On March 12, The Washington Group Cultural Fund presented violinist Solomia Soroka (professor of violin at Goshen College in Indiana) and pianist Arthur Greene in a concert also devoted to the music of Mr. Stankovych. The works included his “Ukrainian Poem,” “Triptych” and “Maidan Fresco.” The composer was in attendance as Ms. Soroka introduced and talked about these works, which she also recorded for the Toccata Classics label in London under the title “Yevhen Stankovych, Music for Violin and Piano.” Ms. Soroka earlier presented a similar concert dedicated to the works of Mr. Stankovych in Warren, Mich., on March 5.
The inaugural Ukrainian Art Song Summer Institute was held at the Royal Conservatory of Music (RCM) in Toronto on August 7-13. Artistic director operatic bass-baritone Paul Hunka joined with other fellow RCM faculty members to provide 12 young professionals an opportunity to develop their skills in singing new repertoire of classical Ukrainian art songs.
DakhaBrakha (the name means “give/take” in the old Ukrainian language) is an avant-garde four-person ensemble, combining Ukrainian folk music with the added rhythms of world music such as Indian, Arabic, African, Russian and Australian traditional instrumentation. The group terms its sound “ethnic chaos.” Ensemble members dress in unique, colorful costumes, and perform on myriad instruments. Founded in 2004 in Kyiv, DakhaBrakha has posted numerous songs and performances on their popular YouTube site. On April 15 they were welcomed back for a concert at the Schimmel Center in New York City.
Violinist Oleh Krysa first came over from the Soviet Union on a grand musical tour of the United States in 1971. Since then he has been concertizing and giving master classes all over the world. After a seven-year absence from The Washington Group Cultural Fund (TWGCF) music series, he returned to the U.S. capital area to give a recital on May 21. Accompanied by Irina Lupines, pianist and fellow faculty member at the Eastman School of Music, Mr. Krysa performed a program featuring Brahms, Bach and Myroslav Skoryk’s Caprice for Solo Violin.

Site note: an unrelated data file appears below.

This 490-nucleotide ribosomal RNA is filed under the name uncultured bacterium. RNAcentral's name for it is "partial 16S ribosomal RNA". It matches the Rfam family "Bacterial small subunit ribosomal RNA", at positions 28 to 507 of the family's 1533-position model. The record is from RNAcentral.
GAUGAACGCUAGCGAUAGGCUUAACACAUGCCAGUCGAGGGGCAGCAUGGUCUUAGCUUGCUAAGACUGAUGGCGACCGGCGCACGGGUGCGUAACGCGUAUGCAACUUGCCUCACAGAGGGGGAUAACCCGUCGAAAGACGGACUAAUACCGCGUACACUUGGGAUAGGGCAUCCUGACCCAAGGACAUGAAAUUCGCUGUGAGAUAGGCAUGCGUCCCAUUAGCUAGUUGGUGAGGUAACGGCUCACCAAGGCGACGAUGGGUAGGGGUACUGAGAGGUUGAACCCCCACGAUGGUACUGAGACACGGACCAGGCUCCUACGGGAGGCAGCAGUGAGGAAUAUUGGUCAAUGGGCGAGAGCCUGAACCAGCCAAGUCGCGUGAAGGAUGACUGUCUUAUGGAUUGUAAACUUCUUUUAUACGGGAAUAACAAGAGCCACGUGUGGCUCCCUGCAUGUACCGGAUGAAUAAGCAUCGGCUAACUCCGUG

TWGCF launched its 2017-2018 Music Series on September 24 with a concert by the Gerdan ensemble in a program of classical, folk and ethnic jazz/fusion music. The concert series schedule also featured violinist Bohdana Pivnenko on October 22, with more to come in 2018.
Based in Toronto, the Women’s Bandura Ensemble of North America (WBENA) comprises over 20 women from Chicago, Cleveland, Detroit, Hartford, Conn., Pittsburgh, Toronto and other cities, who share a common interest and passion for music, particularly the bandura. Under their co-directors Oksana Rodak and Oksana Zelinska, WBENA held its Chicago debut performance on September 30 at St. Nicholas Ukrainian Catholic Cathedral. Prior to its Chicago appearance, the ensemble had performed in concerts in New Jersey, Connecticut and Pennsylvania.
On November 19, the Wesleyan Concert Choir under the direction of Nadya Potemkina performed a choral setting of the Vasyl Stus poem “Na Lysii Hori” (On Bald Mountain) as part of its fall concert program.
In June in New York, La MaMa Theater and the Yara Arts Group presented “1917-2017 Tychyna, Zhadan & the Dogs,” a new theater piece conceived and directed by Virlana Tkacz, using the poetry of Pavlo Tychyna and Serhiy Zhadan and the songs of the rock group the Dogs. The show opened with an installation in the lobby featuring Bob Holman, who explained the context and performed his own poetry inspired by Timothy Snyder’s book “On Tyranny: Twenty Lessons from the 20th Century.” This production also featured music by bandurist Julian Kytasty.
The Yara Arts Group also received two nominations for New York Innovative Theater Awards: to Jeremy Tardy for Outstanding Actor in a Lead Role and Julian Kytasty for Best Original Music in recognition of their work in Yara Arts Group’s “Dark Night Bright Stars” directed by Ms. Tkacz. This was a theater piece recreating the 1858 meeting of the Ukrainian poet and painter Taras Shevchenko and the African American actor Ira Aldrich.
On June 7, Chicago’s Hromovytsia Ukrainian Dance Ensemble embarked on a 10 day-tour of performances in three of Spain’s most iconic historical meccas: Madrid, Valencia and Barcelona. Under the artistic direction of Roxana Dykyj-Pylypczak, the ensemble was rewarded with enthusiastic audiences at every venue. The Ukrainian ambassador to Spain, Anatoliy Scherba greeted them following the concerts, which included appearances by violin virtuoso Vasyl Popadiuk.